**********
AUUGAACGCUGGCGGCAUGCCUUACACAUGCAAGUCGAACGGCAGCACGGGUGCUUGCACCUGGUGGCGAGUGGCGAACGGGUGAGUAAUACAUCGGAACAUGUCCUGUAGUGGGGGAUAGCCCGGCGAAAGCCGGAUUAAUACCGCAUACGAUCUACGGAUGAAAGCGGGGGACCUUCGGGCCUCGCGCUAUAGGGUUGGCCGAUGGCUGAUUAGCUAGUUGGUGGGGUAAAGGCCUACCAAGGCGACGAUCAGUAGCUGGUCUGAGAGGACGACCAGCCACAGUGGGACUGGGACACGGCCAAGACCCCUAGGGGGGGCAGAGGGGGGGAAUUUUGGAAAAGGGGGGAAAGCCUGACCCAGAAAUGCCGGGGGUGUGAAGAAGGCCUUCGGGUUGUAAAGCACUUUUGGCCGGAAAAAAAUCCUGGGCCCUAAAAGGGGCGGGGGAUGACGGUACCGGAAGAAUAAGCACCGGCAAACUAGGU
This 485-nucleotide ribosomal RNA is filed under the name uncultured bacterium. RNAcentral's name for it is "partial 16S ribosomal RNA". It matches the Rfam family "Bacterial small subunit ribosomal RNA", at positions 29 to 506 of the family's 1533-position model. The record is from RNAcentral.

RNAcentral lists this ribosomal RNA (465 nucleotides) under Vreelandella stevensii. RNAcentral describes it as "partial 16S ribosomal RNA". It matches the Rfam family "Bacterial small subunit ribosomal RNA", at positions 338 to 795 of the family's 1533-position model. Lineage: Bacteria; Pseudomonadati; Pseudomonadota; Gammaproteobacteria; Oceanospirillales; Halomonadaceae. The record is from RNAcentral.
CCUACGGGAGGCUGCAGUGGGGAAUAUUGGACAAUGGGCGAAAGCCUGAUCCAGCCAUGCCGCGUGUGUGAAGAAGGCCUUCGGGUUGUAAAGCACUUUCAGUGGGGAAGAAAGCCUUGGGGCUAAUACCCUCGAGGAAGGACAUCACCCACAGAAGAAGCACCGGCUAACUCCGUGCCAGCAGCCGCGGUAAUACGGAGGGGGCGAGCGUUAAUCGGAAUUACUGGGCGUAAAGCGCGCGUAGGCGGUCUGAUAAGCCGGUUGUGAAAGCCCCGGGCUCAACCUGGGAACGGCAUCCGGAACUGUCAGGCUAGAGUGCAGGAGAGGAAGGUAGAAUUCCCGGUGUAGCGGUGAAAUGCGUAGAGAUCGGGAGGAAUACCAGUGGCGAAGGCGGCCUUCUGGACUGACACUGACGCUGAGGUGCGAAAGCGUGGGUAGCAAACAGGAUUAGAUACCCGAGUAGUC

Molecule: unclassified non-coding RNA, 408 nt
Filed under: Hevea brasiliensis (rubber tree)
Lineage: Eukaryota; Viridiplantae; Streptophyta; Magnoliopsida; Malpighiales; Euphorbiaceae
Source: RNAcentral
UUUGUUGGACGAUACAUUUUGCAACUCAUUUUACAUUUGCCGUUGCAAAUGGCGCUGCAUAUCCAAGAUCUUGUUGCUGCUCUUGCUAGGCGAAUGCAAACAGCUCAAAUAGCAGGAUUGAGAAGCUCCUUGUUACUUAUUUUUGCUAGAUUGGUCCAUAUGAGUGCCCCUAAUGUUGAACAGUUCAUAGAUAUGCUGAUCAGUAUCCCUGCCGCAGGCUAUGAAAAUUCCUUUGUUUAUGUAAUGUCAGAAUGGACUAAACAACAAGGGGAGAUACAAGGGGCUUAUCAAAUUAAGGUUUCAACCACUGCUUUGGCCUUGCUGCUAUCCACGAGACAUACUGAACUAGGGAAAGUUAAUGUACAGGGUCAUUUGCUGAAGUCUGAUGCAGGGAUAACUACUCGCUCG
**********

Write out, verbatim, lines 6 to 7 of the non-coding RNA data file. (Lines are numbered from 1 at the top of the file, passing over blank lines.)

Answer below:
Filed under: Hevea brasiliensis (rubber tree)
Lineage: Eukaryota; Viridiplantae; Streptophyta; Magnoliopsida; Malpighiales; Euphorbiaceae